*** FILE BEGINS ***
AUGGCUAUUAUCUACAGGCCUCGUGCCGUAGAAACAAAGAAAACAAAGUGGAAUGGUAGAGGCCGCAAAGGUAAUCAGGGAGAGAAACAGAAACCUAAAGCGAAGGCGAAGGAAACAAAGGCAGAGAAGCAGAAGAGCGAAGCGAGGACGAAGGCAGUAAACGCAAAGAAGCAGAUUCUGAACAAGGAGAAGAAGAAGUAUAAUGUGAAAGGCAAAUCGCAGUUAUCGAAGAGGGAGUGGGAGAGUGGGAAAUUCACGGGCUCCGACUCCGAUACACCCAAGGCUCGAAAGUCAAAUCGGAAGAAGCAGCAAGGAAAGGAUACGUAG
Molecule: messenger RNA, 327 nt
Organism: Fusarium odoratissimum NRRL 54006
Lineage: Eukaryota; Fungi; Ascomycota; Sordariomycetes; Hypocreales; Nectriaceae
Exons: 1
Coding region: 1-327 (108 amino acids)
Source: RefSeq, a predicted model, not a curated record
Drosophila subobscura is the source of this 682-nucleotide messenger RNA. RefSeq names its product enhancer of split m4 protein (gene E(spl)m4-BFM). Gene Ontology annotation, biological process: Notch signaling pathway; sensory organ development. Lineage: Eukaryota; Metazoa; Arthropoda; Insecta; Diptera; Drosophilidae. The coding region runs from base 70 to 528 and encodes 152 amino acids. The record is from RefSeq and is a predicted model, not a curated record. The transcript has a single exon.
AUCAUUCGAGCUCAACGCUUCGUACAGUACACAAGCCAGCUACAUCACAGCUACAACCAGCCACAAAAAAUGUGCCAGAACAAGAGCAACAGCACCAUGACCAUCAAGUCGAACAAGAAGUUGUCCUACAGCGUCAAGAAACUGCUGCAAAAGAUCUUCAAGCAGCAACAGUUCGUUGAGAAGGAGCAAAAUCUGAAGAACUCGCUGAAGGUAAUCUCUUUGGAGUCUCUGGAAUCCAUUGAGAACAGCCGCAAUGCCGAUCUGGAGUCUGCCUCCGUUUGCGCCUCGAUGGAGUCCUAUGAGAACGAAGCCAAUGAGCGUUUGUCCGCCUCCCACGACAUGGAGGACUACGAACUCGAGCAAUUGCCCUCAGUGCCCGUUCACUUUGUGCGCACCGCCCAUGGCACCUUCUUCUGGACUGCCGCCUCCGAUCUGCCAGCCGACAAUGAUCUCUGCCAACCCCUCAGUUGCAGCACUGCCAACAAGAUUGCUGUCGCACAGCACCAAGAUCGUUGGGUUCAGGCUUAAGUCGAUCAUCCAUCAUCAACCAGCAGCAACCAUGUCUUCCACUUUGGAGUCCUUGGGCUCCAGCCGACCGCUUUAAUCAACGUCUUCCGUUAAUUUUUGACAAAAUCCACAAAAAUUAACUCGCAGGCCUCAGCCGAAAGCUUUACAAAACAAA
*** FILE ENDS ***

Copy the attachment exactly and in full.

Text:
AUGGCUAUUAUCUACAGGCCUCGUGCCGUAGAAACAAAGAAAACAAAGUGGAAUGGUAGAGGCCGCAAAGGUAAUCAGGGAGAGAAACAGAAACCUAAAGCGAAGGCGAAGGAAACAAAGGCAGAGAAGCAGAAGAGCGAAGCGAGGACGAAGGCAGUAAACGCAAAGAAGCAGAUUCUGAACAAGGAGAAGAAGAAGUAUAAUGUGAAAGGCAAAUCGCAGUUAUCGAAGAGGGAGUGGGAGAGUGGGAAAUUCACGGGCUCCGACUCCGAUACACCCAAGGCUCGAAAGUCAAAUCGGAAGAAGCAGCAAGGAAAGGAUACGUAG
Molecule: messenger RNA, 327 nt
Organism: Fusarium odoratissimum NRRL 54006
Lineage: Eukaryota; Fungi; Ascomycota; Sordariomycetes; Hypocreales; Nectriaceae
Exons: 1
Coding region: 1-327 (108 amino acids)
Source: RefSeq, a predicted model, not a curated record
Drosophila subobscura is the source of this 682-nucleotide messenger RNA. RefSeq names its product enhancer of split m4 protein (gene E(spl)m4-BFM). Gene Ontology annotation, biological process: Notch signaling pathway; sensory organ development. Lineage: Eukaryota; Metazoa; Arthropoda; Insecta; Diptera; Drosophilidae. The coding region runs from base 70 to 528 and encodes 152 amino acids. The record is from RefSeq and is a predicted model, not a curated record. The transcript has a single exon.
AUCAUUCGAGCUCAACGCUUCGUACAGUACACAAGCCAGCUACAUCACAGCUACAACCAGCCACAAAAAAUGUGCCAGAACAAGAGCAACAGCACCAUGACCAUCAAGUCGAACAAGAAGUUGUCCUACAGCGUCAAGAAACUGCUGCAAAAGAUCUUCAAGCAGCAACAGUUCGUUGAGAAGGAGCAAAAUCUGAAGAACUCGCUGAAGGUAAUCUCUUUGGAGUCUCUGGAAUCCAUUGAGAACAGCCGCAAUGCCGAUCUGGAGUCUGCCUCCGUUUGCGCCUCGAUGGAGUCCUAUGAGAACGAAGCCAAUGAGCGUUUGUCCGCCUCCCACGACAUGGAGGACUACGAACUCGAGCAAUUGCCCUCAGUGCCCGUUCACUUUGUGCGCACCGCCCAUGGCACCUUCUUCUGGACUGCCGCCUCCGAUCUGCCAGCCGACAAUGAUCUCUGCCAACCCCUCAGUUGCAGCACUGCCAACAAGAUUGCUGUCGCACAGCACCAAGAUCGUUGGGUUCAGGCUUAAGUCGAUCAUCCAUCAUCAACCAGCAGCAACCAUGUCUUCCACUUUGGAGUCCUUGGGCUCCAGCCGACCGCUUUAAUCAACGUCUUCCGUUAAUUUUUGACAAAAUCCACAAAAAUUAACUCGCAGGCCUCAGCCGAAAGCUUUACAAAACAAA